This is a great offroad skills manual masquerading as a comic book. The illustrations are entertaining, and the advice behind them is solid, even though the book (like me) came from an era when suspension of any sort was a rarity, and we still (gasp!) used toe clips. Kids, if you ask your grandpa about unsuspended bikes, he'll probably launch into a diatribe about how that's the only way to learn any off-road skills, how suspension makes you soft, and how back in his day, we only had 18 speeds... and we LIKED IT. Wait, what was I talking about there? And what are you dang kids doing on my yard?

As long as I'm in a how-to mode, I really like a book by Robert Hurst and Marla Streb that's now on its second printing and second title. My old-school copy is The Art of Urban Cycling: Lessons From The Street, while the latest printing has morphed into The Art of Cycling: A Guide to Bicycling in 21st-Century America:

Think of Art of (Urban) Cycling as John Forester's Effective Cycling with a bit less cantankerousness and a dash of Zen and the Art of Motorcycle Maintenance. Not that I mind a bit of cantankerousness, of course, but Hurst/Streb take Forester's "play by the rules, no exceptions" approach and soften the edges to take into account the reality of playing in traffic with large beasts that don't always accept the tenets of vehicular cycling. There are about a jillion how-to books out there for people who want to race or tour or (heaven forfend) do a triathlon, but if someone comes to me looking to start riding every day in the real world, I loan them Art.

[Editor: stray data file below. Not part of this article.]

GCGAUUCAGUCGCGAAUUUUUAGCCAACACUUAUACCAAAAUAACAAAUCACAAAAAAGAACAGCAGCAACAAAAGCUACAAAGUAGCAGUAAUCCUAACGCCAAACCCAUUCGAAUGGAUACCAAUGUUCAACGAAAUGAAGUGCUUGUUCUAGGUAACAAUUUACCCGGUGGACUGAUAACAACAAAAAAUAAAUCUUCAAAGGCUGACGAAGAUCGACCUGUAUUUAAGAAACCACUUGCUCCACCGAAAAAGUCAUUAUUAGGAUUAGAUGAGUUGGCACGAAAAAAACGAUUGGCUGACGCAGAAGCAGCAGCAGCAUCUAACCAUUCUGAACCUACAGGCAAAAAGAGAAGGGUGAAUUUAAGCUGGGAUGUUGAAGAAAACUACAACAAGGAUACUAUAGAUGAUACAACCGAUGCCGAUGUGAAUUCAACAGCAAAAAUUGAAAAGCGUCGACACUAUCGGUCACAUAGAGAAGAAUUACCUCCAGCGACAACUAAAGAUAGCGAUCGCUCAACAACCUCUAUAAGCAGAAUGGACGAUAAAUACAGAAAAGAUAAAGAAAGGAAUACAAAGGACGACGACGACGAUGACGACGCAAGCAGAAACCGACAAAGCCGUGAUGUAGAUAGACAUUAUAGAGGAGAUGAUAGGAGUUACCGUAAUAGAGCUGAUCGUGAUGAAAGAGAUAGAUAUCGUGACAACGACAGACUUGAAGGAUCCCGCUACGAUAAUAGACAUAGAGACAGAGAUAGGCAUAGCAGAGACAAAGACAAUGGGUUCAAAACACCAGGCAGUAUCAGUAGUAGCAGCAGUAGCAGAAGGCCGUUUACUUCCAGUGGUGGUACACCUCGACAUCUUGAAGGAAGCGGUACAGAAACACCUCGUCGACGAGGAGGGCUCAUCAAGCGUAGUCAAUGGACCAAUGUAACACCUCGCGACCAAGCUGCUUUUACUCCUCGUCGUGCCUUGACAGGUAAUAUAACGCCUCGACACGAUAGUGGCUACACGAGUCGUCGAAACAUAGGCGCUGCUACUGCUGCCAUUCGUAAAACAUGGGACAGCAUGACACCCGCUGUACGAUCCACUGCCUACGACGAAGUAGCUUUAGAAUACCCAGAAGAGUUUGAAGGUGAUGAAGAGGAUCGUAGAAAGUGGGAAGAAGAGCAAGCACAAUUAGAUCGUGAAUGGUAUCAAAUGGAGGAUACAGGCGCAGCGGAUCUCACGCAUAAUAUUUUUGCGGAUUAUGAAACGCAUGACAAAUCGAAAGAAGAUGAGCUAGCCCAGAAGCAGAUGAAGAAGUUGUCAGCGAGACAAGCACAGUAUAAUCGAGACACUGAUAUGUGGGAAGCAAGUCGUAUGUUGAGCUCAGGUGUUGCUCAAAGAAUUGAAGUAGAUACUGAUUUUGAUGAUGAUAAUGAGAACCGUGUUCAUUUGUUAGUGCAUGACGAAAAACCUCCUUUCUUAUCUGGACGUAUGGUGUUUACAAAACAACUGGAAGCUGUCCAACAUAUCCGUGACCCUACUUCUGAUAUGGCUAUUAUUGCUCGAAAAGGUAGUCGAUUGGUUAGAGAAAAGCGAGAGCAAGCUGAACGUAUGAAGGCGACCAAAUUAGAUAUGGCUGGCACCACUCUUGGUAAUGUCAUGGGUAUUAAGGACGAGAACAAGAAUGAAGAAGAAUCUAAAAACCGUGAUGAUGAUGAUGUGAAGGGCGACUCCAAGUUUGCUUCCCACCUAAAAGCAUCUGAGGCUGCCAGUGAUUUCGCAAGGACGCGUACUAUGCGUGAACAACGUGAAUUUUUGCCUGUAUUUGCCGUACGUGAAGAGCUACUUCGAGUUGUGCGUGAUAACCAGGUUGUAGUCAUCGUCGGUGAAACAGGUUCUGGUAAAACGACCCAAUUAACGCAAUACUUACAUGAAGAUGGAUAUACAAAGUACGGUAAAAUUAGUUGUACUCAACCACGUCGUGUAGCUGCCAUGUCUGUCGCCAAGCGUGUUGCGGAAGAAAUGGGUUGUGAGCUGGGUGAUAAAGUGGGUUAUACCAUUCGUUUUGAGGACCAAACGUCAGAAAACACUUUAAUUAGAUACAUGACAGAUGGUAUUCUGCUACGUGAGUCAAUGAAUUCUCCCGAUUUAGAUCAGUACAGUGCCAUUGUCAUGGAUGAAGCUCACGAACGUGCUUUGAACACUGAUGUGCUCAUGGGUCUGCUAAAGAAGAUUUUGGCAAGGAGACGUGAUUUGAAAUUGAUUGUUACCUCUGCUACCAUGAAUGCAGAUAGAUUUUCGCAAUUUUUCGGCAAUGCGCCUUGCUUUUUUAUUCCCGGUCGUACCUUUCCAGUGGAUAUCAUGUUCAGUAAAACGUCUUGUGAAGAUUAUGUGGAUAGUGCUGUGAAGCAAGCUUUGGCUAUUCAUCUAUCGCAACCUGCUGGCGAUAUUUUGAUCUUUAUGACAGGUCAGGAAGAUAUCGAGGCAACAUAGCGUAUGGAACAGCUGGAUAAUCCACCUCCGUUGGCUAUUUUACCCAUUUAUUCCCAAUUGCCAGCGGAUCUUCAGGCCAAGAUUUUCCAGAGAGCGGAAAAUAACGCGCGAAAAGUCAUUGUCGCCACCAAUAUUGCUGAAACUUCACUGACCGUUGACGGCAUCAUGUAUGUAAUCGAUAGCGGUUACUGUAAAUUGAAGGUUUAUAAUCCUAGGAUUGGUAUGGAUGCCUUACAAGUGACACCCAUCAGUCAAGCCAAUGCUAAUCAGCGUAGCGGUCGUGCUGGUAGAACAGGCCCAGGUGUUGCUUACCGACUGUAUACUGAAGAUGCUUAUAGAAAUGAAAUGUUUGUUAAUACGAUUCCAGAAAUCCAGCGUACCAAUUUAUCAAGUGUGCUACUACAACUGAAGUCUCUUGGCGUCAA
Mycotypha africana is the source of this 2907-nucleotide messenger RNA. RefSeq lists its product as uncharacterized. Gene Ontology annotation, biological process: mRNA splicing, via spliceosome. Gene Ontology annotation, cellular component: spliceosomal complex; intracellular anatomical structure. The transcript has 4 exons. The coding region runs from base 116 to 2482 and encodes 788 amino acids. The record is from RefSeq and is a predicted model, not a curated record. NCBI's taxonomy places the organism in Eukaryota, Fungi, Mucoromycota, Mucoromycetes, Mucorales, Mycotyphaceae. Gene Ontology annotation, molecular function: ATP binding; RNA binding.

And, since I've mentioned the word Zen, I'm now contractually obligated as a bike writer to say something about fixed-gear bikes, messengers, or both. Luckily, Travis Hugh Culley has my back:

Culley was on the street delivering packages (yes, that's what those big bags are for, hipster fakengers) on a bike before messengering was a "culture" you could buy as a ready-made Specialized Langster in your choice of "cityways." Some of THC's "noble, wheeled proletariat" shtick starts to wear on me after a while, but I still found myself immersed in his story and glad to have a glimpse into a corner of the cycling world I'll never get to experience on my own. I always want to figure out a way to quit my job and earn a salary in the saddle when I put this book down -- which will probably motivate my wife to hide it when she reads this.

So there you have it: Six ways to stave off winter insanity in a handy, portable paper form -- 100% eyeball-compatible with no wi-fi, 3G or Kindle required. Happy reading! 


Steve Fuller said...

I'll also echo the recommendation for The Golden Age of Handbuilt Bicycles. I had fairly high hopes for this after subscribing to BQ for the last two years. I wasn't disappointed. There's a related book, The Competition Bicycle – A Photographic History, that appears to be worth a purchase

David said...

In terms of bang-for-the-buck, it's hard to beat John Allen's Bicycling Street Smarts. First, it's one of the best illustrated and most concise guides to riding a bike amidst motor-vehicle traffic safely and effectively. Second, it's cheap. I can't recommend it enough.

The online version is free: